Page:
Sunset in Split, from the Ancona

    Sunset in Split, from the Ancona

    The Ariadne at Piraeus.

    The Ariadne at Piraeus.


    Best Jap
    We tend to be slightly dismissive of Japanese ferry conversions, but I think the reality is that the dismissal should be on the conversion, not the Japanese. Pre-conversion they are incredibly fascinating ships to sail on but since almost all of the ships that come to Europe sail into the hands of the Greek shipyards, their charm is obliterated (see amongst others Prevelis, GA’s Marina, Rodanthi etc etc). Done well however and things can be different – so the best for me this year was ANEK/HSW’s Ariadne, which is virtually a newbuild and the epitome of modern Greek shipboard design. The Ionian Queen of Endeavor was also pretty good. For an unchanged Japanese original, check out Jadrolinija’s Lubenice or Brestova.
    On  board Jadrolinija's Lubenice

    On board Jadrolinija's Lubenice

    Dinnertime on the Ariadne.

    Dinnertime on the Ariadne.


    Best food
    Theoretically ferry food has come on leaps and bounds over the years, but some operators just don’t seem to have cottoned on. SNCM’s Napoleon Bonaparte was a good (bad?) example, which makes an interesting counterpoint to their main rivals Corsica Ferries where I’ve always found the food pretty good – the buffet on the Mega Smeralda (ex-Color Festival/Svea) in particular was excellent.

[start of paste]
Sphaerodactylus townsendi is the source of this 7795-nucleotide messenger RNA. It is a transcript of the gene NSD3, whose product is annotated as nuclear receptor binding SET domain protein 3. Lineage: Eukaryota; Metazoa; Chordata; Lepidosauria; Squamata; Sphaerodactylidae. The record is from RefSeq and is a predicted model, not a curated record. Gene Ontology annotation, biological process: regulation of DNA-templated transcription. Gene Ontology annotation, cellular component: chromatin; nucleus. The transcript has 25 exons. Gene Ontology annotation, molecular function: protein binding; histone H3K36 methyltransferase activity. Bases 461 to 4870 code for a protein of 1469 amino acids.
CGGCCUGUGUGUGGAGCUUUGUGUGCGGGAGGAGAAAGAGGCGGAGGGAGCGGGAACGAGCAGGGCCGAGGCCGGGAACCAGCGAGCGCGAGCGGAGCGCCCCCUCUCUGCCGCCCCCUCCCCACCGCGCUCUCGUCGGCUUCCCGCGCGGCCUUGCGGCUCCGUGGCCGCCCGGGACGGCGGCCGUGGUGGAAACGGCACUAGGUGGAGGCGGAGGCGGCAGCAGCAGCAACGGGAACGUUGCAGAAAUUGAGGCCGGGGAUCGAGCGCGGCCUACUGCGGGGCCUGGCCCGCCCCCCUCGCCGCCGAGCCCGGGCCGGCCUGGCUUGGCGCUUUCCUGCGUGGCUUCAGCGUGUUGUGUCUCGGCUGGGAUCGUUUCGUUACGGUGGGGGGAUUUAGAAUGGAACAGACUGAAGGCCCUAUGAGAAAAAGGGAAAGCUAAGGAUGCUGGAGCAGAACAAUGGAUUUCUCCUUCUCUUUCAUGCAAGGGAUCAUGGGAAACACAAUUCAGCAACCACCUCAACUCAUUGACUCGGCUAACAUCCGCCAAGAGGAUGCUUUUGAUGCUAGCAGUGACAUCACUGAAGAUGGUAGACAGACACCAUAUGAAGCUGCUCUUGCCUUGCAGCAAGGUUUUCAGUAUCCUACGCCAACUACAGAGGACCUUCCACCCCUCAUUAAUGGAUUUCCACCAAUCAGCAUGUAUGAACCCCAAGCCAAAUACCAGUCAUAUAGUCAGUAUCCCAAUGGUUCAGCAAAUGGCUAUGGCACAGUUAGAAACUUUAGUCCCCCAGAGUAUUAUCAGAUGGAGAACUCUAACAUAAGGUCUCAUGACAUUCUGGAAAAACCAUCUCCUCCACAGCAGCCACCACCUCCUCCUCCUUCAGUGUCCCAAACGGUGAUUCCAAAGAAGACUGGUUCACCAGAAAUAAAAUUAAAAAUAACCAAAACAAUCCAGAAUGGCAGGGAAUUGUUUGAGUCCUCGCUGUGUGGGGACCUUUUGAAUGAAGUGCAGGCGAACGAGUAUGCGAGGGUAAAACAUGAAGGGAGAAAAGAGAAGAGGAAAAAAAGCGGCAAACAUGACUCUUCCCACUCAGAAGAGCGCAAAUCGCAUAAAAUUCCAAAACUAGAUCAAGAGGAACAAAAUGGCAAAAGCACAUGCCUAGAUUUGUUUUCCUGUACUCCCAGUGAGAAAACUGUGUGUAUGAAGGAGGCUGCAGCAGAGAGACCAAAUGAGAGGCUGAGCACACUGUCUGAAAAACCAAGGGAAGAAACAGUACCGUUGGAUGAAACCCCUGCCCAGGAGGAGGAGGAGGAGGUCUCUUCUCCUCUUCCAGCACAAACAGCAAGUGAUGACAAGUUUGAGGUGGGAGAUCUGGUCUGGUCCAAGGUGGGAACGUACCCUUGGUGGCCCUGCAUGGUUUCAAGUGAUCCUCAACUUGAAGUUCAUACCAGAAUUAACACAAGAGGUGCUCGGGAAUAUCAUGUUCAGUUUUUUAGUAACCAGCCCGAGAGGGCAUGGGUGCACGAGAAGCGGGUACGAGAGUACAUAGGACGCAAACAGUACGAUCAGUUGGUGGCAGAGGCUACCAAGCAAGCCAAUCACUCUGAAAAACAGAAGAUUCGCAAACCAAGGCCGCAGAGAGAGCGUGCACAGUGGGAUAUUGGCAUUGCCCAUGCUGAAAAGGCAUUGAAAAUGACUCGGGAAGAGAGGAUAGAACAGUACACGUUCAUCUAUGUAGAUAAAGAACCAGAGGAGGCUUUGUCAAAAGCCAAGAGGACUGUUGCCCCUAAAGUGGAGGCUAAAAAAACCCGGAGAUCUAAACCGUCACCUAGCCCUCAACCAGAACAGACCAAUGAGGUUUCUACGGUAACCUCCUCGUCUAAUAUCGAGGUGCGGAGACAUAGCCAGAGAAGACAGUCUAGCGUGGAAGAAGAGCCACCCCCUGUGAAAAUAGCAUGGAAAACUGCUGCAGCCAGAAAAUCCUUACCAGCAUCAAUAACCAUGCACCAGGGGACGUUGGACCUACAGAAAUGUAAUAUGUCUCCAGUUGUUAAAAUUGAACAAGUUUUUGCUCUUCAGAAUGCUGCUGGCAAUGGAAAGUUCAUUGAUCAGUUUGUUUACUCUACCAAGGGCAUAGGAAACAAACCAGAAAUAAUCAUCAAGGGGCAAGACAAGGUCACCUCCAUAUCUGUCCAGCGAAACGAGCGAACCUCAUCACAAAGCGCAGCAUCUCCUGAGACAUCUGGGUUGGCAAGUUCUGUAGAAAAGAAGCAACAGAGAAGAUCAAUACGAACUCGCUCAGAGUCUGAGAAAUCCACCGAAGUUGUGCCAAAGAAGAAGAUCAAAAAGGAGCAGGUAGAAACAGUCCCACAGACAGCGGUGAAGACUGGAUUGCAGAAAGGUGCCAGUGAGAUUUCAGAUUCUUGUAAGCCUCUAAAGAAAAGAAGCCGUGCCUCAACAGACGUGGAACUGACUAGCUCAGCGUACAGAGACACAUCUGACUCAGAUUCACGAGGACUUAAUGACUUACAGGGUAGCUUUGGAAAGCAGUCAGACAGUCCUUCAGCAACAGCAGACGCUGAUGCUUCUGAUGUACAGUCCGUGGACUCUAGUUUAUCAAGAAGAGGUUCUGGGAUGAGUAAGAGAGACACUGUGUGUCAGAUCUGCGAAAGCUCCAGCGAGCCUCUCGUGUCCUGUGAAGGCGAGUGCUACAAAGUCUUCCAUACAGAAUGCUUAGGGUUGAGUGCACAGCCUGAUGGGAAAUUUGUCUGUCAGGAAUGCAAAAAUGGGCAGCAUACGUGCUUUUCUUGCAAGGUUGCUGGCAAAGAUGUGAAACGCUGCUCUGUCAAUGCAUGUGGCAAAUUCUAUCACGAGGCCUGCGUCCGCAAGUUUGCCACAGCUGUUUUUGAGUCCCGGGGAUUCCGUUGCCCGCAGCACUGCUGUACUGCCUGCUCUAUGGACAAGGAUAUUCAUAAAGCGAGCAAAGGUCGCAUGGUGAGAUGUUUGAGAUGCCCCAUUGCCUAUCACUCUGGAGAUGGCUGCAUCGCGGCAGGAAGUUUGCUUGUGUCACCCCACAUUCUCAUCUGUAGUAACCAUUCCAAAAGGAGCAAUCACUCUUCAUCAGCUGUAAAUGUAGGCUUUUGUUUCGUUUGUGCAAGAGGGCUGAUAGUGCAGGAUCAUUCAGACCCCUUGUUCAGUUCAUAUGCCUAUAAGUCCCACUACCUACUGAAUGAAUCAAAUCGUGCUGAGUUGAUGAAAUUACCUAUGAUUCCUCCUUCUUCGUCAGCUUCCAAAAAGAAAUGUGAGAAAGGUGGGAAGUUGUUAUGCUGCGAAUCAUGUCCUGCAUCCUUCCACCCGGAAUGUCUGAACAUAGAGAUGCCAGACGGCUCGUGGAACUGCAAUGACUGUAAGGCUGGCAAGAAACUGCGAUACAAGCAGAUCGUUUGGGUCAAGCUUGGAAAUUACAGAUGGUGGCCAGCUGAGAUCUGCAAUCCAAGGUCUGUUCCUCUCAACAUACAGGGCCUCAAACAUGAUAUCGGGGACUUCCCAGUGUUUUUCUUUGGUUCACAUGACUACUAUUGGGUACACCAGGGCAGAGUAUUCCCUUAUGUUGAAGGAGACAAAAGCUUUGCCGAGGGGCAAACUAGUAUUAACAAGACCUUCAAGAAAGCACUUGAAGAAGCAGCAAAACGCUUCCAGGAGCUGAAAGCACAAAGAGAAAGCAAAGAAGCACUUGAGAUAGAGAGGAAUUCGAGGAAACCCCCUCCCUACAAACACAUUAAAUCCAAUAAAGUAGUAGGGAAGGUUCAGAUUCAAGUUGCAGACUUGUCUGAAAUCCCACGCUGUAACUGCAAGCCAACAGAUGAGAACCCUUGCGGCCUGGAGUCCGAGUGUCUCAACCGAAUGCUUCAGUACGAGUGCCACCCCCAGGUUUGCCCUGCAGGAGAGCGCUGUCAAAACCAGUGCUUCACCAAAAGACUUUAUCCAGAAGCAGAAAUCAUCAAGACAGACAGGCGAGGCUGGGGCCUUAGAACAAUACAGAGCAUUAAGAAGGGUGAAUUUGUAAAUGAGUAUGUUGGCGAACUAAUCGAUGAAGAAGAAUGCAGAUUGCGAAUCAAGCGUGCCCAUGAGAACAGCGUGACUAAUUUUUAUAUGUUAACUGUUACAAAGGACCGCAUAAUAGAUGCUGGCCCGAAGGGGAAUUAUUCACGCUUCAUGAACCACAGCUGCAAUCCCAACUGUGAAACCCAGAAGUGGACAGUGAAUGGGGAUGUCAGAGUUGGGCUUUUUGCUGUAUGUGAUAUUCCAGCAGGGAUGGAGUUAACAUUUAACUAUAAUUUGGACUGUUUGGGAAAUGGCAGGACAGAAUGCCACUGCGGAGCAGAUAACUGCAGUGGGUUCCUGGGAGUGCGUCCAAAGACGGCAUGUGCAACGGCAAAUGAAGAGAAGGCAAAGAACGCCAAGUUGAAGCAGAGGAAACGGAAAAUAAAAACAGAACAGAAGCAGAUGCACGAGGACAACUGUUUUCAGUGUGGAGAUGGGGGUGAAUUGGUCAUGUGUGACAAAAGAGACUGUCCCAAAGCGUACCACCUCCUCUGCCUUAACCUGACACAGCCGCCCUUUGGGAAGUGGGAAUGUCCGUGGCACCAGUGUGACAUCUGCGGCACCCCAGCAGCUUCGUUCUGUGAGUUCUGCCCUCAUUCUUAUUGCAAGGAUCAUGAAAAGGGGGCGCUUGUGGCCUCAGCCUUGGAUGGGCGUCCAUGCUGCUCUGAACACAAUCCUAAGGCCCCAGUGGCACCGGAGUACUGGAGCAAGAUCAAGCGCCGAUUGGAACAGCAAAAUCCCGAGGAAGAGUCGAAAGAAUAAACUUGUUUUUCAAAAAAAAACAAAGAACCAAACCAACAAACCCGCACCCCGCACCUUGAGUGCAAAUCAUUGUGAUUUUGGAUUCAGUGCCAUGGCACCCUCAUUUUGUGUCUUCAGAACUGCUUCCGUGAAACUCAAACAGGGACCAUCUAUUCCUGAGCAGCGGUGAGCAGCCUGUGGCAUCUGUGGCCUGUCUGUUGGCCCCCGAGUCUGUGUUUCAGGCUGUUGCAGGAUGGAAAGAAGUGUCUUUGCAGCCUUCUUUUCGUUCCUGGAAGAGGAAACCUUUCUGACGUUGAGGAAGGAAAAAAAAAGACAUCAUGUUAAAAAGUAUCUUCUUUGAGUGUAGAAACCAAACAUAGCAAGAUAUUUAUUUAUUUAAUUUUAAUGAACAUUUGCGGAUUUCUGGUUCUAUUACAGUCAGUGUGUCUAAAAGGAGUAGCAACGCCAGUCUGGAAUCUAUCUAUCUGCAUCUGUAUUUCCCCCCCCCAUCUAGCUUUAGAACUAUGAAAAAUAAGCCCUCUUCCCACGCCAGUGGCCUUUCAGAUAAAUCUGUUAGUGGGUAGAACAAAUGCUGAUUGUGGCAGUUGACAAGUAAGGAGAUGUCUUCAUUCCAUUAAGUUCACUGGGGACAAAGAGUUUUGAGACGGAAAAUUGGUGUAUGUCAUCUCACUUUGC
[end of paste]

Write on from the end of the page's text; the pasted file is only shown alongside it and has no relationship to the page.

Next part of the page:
Other good meals were had on the Mariella, Seafrance Berlioz and breakfast on the Oleander. The to-order pancakes on SSC never disappoint (the Ofelia being good this year) but for an overall experience the Ariadne again proved hard to beat. Prices for the waiter service were literally about 20 Eurocents more than the self-service yet the experience was unbeatable and rounded off by the waiter delivering complimentary rounds of Ouzo. Now I’m not a big fan but didn’t want to appear ungrateful so downed it, at which point he promptly filled the glass up again, and again. So that ended up being a very long night…